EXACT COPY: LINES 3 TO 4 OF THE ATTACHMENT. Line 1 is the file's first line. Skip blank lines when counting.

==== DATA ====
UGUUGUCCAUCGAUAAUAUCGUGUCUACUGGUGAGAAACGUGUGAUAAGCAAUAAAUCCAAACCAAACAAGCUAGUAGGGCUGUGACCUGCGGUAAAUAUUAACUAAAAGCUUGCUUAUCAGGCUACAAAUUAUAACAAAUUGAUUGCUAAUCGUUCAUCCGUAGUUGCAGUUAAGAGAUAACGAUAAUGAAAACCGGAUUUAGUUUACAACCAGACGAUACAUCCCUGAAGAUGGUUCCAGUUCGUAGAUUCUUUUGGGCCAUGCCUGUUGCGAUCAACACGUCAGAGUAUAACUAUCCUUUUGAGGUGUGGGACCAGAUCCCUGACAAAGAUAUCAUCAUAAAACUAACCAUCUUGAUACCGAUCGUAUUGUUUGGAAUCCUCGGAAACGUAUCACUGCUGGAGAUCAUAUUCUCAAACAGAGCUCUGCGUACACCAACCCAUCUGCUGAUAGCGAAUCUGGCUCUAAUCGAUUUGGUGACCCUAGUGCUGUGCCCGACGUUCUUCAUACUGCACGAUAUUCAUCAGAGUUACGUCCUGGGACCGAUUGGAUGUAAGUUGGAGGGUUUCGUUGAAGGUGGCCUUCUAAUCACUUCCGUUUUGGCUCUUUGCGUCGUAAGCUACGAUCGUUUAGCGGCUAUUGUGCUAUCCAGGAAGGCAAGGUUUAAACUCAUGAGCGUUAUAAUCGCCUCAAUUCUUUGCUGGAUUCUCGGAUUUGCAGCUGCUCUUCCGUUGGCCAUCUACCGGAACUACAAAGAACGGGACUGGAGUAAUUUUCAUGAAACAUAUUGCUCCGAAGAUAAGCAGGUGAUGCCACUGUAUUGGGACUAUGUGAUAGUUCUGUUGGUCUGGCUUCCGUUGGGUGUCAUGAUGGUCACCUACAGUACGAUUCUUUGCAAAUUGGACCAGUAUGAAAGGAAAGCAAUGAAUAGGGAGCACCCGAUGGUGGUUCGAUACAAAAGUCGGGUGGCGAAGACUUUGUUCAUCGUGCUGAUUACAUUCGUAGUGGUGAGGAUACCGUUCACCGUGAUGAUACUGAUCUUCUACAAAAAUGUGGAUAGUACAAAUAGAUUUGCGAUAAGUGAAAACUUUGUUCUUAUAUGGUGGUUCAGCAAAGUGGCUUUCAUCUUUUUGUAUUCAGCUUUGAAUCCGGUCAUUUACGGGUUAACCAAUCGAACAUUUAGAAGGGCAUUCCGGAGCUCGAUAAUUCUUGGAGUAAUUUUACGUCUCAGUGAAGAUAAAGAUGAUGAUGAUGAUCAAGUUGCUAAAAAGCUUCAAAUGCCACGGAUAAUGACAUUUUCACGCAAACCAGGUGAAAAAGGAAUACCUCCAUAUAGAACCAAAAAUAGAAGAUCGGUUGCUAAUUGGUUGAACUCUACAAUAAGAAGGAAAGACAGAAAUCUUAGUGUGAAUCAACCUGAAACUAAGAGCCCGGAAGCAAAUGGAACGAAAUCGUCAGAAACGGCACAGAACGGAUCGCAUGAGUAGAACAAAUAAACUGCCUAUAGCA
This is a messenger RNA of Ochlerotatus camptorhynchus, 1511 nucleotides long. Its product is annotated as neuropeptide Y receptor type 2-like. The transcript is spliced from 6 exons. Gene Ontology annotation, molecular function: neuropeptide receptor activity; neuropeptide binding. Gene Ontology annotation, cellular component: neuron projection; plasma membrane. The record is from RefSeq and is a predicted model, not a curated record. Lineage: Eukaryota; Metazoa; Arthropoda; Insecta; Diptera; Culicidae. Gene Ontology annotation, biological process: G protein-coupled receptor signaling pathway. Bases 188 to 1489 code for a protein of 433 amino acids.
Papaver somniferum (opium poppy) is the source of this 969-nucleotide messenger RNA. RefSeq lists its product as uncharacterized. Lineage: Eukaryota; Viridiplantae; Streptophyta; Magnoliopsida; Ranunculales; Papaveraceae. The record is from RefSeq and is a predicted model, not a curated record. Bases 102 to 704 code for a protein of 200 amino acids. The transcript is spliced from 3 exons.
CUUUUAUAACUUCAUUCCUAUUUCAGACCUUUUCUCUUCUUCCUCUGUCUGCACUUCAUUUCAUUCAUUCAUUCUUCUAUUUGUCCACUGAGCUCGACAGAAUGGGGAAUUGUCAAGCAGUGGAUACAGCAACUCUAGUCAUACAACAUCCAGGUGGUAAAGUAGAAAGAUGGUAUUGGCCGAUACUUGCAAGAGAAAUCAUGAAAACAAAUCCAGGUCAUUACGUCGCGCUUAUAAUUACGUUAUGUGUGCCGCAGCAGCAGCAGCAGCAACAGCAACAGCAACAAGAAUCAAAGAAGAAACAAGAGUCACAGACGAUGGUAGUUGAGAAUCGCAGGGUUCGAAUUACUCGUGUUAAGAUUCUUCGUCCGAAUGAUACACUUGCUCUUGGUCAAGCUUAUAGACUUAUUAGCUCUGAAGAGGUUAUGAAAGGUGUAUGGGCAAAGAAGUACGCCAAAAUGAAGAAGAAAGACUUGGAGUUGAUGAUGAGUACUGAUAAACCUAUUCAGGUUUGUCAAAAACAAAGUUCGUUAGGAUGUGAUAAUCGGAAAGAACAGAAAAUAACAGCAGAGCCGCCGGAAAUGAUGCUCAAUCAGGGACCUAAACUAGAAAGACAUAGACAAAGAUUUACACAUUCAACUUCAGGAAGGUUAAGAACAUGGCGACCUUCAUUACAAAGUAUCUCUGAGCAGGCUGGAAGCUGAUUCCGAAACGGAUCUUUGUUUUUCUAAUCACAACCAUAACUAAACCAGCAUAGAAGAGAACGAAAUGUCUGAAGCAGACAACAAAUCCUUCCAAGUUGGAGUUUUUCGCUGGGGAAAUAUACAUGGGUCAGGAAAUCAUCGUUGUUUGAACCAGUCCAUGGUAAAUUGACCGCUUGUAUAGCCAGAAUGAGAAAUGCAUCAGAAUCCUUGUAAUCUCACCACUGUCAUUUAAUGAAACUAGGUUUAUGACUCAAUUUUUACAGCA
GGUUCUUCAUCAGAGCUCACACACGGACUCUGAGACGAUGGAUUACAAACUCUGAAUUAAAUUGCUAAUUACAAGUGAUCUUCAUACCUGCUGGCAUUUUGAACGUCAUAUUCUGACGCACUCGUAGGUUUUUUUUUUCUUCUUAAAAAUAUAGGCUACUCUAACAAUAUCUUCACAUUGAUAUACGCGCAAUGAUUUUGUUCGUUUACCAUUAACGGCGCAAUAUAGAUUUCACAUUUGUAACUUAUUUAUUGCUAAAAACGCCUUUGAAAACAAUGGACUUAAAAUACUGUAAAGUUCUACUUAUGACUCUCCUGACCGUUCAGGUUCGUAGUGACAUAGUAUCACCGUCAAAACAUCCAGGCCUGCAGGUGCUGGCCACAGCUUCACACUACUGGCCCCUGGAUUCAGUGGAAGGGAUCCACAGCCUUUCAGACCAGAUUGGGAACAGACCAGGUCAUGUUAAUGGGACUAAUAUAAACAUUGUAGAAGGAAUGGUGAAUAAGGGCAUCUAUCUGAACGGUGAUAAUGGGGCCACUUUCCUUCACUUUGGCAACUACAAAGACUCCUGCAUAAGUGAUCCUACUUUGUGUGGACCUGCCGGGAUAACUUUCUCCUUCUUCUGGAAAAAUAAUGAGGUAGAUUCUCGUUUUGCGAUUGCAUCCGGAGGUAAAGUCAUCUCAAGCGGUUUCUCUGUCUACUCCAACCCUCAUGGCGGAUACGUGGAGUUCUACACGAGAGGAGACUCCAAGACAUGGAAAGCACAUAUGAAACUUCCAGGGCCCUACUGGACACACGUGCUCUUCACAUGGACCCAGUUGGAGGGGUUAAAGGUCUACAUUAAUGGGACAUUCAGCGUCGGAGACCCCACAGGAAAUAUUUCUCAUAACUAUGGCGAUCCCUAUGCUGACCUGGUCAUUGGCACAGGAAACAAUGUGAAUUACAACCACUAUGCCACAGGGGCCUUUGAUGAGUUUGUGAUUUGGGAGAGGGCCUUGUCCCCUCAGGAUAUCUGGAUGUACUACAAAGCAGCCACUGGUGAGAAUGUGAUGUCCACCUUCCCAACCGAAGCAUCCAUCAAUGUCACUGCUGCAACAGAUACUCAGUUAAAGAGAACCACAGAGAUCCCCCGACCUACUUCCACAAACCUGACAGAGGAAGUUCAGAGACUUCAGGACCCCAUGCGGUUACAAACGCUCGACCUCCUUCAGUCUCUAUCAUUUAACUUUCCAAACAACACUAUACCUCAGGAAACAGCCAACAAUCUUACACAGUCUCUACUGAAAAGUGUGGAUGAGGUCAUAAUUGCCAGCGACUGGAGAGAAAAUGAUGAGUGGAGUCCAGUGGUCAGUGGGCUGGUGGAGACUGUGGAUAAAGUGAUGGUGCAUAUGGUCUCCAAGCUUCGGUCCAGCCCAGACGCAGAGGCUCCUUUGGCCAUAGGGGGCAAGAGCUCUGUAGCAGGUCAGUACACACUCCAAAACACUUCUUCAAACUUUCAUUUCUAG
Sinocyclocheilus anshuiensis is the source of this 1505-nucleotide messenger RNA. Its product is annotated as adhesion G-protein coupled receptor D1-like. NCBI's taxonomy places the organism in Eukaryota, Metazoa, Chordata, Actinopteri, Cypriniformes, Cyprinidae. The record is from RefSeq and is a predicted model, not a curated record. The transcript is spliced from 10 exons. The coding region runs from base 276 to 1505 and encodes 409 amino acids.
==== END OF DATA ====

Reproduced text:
Papaver somniferum (opium poppy) is the source of this 969-nucleotide messenger RNA. RefSeq lists its product as uncharacterized. Lineage: Eukaryota; Viridiplantae; Streptophyta; Magnoliopsida; Ranunculales; Papaveraceae. The record is from RefSeq and is a predicted model, not a curated record. Bases 102 to 704 code for a protein of 200 amino acids. The transcript is spliced from 3 exons.
CUUUUAUAACUUCAUUCCUAUUUCAGACCUUUUCUCUUCUUCCUCUGUCUGCACUUCAUUUCAUUCAUUCAUUCUUCUAUUUGUCCACUGAGCUCGACAGAAUGGGGAAUUGUCAAGCAGUGGAUACAGCAACUCUAGUCAUACAACAUCCAGGUGGUAAAGUAGAAAGAUGGUAUUGGCCGAUACUUGCAAGAGAAAUCAUGAAAACAAAUCCAGGUCAUUACGUCGCGCUUAUAAUUACGUUAUGUGUGCCGCAGCAGCAGCAGCAGCAACAGCAACAGCAACAAGAAUCAAAGAAGAAACAAGAGUCACAGACGAUGGUAGUUGAGAAUCGCAGGGUUCGAAUUACUCGUGUUAAGAUUCUUCGUCCGAAUGAUACACUUGCUCUUGGUCAAGCUUAUAGACUUAUUAGCUCUGAAGAGGUUAUGAAAGGUGUAUGGGCAAAGAAGUACGCCAAAAUGAAGAAGAAAGACUUGGAGUUGAUGAUGAGUACUGAUAAACCUAUUCAGGUUUGUCAAAAACAAAGUUCGUUAGGAUGUGAUAAUCGGAAAGAACAGAAAAUAACAGCAGAGCCGCCGGAAAUGAUGCUCAAUCAGGGACCUAAACUAGAAAGACAUAGACAAAGAUUUACACAUUCAACUUCAGGAAGGUUAAGAACAUGGCGACCUUCAUUACAAAGUAUCUCUGAGCAGGCUGGAAGCUGAUUCCGAAACGGAUCUUUGUUUUUCUAAUCACAACCAUAACUAAACCAGCAUAGAAGAGAACGAAAUGUCUGAAGCAGACAACAAAUCCUUCCAAGUUGGAGUUUUUCGCUGGGGAAAUAUACAUGGGUCAGGAAAUCAUCGUUGUUUGAACCAGUCCAUGGUAAAUUGACCGCUUGUAUAGCCAGAAUGAGAAAUGCAUCAGAAUCCUUGUAAUCUCACCACUGUCAUUUAAUGAAACUAGGUUUAUGACUCAAUUUUUACAGCA